Fans of Beitar Jerusalem shout slogans during a match against Bnei Sakhnin as part of the Israeli Premier League.
(photo credit: REUTERS)
As Israelis debate the despicable behavior of some Beitar Jerusalem fans in Belgium last week, it is difficult to decide which is more incomprehensible: the surprise elicited by yet another incident of nationalistic violence surrounding a soccer match, or the near-hysterical rush of Israelis to apologize for the actions of few Jewish hooligans who represent no one but themselves.
Not as an excuse for Beitar fans’ behavior but as a way of understanding the phenomenon, it is important to note that the violence in Belgium was not one-sided. Yes, the hooliganism of the Beitar fans was picked up on TV cameras: There were the flares and firecrackers that rained down onto the pitch just 90 seconds into the match between Beitar and Belgium’s Sporting Charleroi and there was the blood on the forehead of Charleroi’s goalkeeper resulting from an object thrown at him.
But while Beitar aficionados – or at least those ultras referred to as “La Familia” – had behaved in a barbarous fashion, the Belgians were no models of restraint and moderation.
The night before, at least one Beitar supporter was hurt after Charleroi fans harassed the Israelis in the “Leffe” cafe, according to a first-person account that appeared on the Sports Rabbi website. (The same source reported that later on a Charleroi fan was knifed by a Beitar fan.) There are also photographs of Charleroi fans making the Nazi salute in the stadium on the day of the match. And there were probably other violent incidents that can be attributed to aggression and nationalistic bigotry on both the Israeli and Belgian sides.
How could it be otherwise? Those who claim that sport creates goodwill among nations seem to be oblivious to the long history of orgies of hatred generated by sporting contests, particularly soccer matches. In the 1980s, the English were known for their hooliganism, perpetrated by the riffraff that followed their soccer clubs all over Europe.
In the last decade, militant supporters of Lazio and Roma – two Italian soccer teams – were infamous for buttock slashings (puncicate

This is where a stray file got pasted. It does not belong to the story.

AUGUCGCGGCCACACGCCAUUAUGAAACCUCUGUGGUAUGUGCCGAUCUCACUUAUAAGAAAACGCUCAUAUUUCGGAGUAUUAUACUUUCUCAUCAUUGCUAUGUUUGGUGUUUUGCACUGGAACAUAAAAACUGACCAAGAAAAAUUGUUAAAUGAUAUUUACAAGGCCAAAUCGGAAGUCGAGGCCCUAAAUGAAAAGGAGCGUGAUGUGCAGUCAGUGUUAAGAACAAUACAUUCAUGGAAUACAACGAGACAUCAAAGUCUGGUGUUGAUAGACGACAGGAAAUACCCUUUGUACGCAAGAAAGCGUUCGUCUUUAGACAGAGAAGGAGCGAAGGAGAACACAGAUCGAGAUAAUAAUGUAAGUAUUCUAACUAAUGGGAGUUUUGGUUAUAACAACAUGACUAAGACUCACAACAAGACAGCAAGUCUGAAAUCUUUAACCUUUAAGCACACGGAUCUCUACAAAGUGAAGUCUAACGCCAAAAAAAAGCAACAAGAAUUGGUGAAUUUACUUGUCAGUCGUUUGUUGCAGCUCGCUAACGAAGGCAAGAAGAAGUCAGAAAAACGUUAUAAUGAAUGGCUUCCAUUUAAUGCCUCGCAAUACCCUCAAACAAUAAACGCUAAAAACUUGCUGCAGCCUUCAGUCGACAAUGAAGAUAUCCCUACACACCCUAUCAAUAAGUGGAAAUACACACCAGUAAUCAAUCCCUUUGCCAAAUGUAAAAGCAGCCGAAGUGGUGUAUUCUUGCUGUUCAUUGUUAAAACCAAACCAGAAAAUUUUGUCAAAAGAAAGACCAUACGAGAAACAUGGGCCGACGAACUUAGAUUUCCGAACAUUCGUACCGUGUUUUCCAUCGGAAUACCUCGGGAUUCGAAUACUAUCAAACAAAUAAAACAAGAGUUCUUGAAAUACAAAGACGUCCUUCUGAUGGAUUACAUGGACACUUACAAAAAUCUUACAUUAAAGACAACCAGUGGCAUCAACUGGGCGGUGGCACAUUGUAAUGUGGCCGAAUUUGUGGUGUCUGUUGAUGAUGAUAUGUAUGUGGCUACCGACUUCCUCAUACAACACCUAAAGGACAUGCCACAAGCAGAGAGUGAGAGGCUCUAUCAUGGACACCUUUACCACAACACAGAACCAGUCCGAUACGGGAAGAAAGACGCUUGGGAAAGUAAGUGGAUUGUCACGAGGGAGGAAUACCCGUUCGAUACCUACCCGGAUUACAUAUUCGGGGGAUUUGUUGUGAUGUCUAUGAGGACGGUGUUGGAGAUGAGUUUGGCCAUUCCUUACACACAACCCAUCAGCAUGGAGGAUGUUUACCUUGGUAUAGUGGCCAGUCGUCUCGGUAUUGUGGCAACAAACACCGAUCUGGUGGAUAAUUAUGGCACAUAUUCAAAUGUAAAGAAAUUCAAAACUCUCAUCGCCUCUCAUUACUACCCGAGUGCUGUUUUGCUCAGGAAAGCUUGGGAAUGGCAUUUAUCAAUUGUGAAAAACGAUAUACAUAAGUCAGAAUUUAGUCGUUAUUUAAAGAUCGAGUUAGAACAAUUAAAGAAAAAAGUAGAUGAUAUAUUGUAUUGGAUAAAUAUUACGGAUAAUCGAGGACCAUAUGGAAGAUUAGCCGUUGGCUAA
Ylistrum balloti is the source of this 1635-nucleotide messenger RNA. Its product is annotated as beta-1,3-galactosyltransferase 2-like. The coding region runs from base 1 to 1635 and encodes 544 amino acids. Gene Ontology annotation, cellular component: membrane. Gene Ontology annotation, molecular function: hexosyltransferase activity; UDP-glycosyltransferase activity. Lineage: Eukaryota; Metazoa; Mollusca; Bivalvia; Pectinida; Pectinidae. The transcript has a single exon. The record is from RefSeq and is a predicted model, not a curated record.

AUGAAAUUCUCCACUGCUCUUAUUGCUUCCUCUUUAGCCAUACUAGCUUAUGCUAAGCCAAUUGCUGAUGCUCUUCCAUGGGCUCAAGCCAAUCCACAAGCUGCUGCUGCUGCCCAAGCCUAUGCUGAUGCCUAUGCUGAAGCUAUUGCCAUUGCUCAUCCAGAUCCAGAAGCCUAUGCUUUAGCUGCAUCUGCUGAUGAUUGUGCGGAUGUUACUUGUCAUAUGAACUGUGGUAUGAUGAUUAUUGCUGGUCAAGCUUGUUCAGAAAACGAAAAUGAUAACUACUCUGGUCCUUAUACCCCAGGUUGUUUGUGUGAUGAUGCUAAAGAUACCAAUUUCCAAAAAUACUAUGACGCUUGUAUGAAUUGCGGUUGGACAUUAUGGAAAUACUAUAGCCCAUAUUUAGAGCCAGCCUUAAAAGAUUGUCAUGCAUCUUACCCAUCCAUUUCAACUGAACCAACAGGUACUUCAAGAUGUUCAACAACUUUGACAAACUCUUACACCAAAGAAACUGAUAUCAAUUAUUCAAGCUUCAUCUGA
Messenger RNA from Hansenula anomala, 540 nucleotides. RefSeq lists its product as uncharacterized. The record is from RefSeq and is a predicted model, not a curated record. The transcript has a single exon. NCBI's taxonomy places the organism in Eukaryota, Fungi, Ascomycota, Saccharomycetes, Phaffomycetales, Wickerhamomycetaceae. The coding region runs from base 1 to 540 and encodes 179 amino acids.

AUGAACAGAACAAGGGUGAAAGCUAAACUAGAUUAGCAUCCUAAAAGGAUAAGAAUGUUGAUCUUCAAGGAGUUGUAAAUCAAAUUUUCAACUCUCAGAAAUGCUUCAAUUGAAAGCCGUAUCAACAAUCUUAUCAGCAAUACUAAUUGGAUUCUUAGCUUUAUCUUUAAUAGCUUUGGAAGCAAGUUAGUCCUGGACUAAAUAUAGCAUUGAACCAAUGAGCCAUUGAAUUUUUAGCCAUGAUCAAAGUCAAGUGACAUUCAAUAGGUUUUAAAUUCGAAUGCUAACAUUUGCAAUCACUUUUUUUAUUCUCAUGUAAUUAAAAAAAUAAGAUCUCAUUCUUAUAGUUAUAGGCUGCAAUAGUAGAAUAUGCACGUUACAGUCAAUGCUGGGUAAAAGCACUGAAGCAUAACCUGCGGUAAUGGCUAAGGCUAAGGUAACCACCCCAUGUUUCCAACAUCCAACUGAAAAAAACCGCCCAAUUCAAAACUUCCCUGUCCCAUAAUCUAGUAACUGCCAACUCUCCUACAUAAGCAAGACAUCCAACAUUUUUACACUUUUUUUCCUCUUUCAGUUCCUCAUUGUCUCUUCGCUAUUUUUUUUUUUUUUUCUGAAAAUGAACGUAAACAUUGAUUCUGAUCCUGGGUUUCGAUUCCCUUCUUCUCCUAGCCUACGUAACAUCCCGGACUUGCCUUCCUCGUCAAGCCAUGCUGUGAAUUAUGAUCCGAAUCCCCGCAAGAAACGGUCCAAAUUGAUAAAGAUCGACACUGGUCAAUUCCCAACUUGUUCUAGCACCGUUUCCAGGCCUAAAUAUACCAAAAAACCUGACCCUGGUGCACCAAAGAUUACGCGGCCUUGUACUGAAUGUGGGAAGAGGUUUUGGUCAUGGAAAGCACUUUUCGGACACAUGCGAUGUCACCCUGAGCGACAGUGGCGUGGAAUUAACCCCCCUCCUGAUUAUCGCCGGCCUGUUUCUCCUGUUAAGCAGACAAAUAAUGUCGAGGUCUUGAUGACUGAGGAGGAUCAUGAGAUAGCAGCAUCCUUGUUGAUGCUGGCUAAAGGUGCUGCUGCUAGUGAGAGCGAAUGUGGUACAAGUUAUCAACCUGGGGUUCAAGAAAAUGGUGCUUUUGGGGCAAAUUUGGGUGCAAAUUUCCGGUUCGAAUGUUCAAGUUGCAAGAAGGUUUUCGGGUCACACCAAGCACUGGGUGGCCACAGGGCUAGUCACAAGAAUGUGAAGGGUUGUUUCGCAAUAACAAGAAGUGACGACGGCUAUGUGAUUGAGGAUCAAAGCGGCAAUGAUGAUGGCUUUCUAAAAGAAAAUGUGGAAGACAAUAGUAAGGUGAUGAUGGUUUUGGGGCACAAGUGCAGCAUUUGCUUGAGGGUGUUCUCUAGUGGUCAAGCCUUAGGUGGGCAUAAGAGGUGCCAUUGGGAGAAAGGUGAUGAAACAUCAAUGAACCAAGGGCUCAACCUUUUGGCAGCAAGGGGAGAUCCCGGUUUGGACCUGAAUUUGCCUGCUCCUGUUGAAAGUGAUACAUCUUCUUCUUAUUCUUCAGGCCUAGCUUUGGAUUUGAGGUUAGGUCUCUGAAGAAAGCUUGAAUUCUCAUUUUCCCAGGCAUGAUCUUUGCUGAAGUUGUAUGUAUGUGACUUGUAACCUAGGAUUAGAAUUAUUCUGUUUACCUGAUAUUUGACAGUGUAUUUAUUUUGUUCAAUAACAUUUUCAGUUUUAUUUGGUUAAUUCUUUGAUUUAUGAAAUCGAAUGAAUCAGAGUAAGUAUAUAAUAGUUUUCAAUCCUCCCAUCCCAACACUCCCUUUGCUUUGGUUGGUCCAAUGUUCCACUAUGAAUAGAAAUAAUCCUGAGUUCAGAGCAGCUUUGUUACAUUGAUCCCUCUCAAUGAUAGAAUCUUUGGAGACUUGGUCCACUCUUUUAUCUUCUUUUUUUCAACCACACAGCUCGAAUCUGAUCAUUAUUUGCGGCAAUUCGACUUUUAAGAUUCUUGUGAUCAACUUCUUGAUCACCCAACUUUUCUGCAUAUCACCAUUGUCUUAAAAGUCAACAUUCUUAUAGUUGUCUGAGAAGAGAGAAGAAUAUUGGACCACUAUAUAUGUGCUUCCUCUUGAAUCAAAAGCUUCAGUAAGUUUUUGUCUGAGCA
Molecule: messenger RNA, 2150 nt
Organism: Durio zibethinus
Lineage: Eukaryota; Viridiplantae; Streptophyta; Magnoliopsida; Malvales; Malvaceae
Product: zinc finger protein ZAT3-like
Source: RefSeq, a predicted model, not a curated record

in Italian) and other acts of violence directed against fans of rival teams.
Aggression is practically inherent to soccer. Seventy years ago George Orwell in his essay “The Sporting Spirit” traced the rise of competitive sports to the rise of nationalism.
The strong emotions and long-term loyalties connected to soccer matches have little to do with the intricacies of the game, the techniques of the players and appreciation for the tremendous effort that goes into the making of a great athlete.
Rather, fans – and particularly the extremists among them – are exercised by their nationalistic loyalties and base tribalism. Running, jumping and kicking a ball are not about virtuoso sports ability, they are tests of a nation’s virtue. Defeat on the soccer field is not just proof of players’ weakness, inferiority or instability as sportsmen, it is a humiliation extending well beyond the turf that reflects negatively upon one’s tribe or one’s nation. And that humiliation must be erased. If nothing else, Beitar ultras have succeeded through their hooliganism in obscuring Beitar’s rout at the hands of Charleroi 5-1. This is not to say that soccer is the cause of bigotry and racism; rather it is a foil for rousing passions connected with tribalism and nationalism.
Yet the antics of some of Beitar’s fans should not be a trigger for nationwide chest-thumping. Yes, Israel has its own hooligans just as the English, the Italians and the Belgians have theirs. How many of us are sorry that these thugs beat each other senseless? But while the highest-ranking Israeli politicians feel the need to apologize for the actions of a few dozen Beitar fans who behaved badly and while Israeli pundits warn that Israel’s very legitimacy is at stake as a result of last week’s events in Belgium, you do not find contrite politicians and opinion-makers in Belgium, Italy or Britain going out of their way to denounce hooliganism by their fans for fear the very legitimacy of their country is at risk, and rightly so.
That’s because these hooligans are hardly representative of an entire nation, whether that nation be Jewish or Belgian.
Racist or nationalist-motivated violence has always been a byproduct of soccer competitions and there is no reason to believe this will change anytime soon or that the Jewish state will be exceptionally immune to the phenomenon.
However, steps can and should be taken by law enforcement agencies and by soccer associations to punish the hooligans and where possible prevent them from gaining access to stadiums in the future.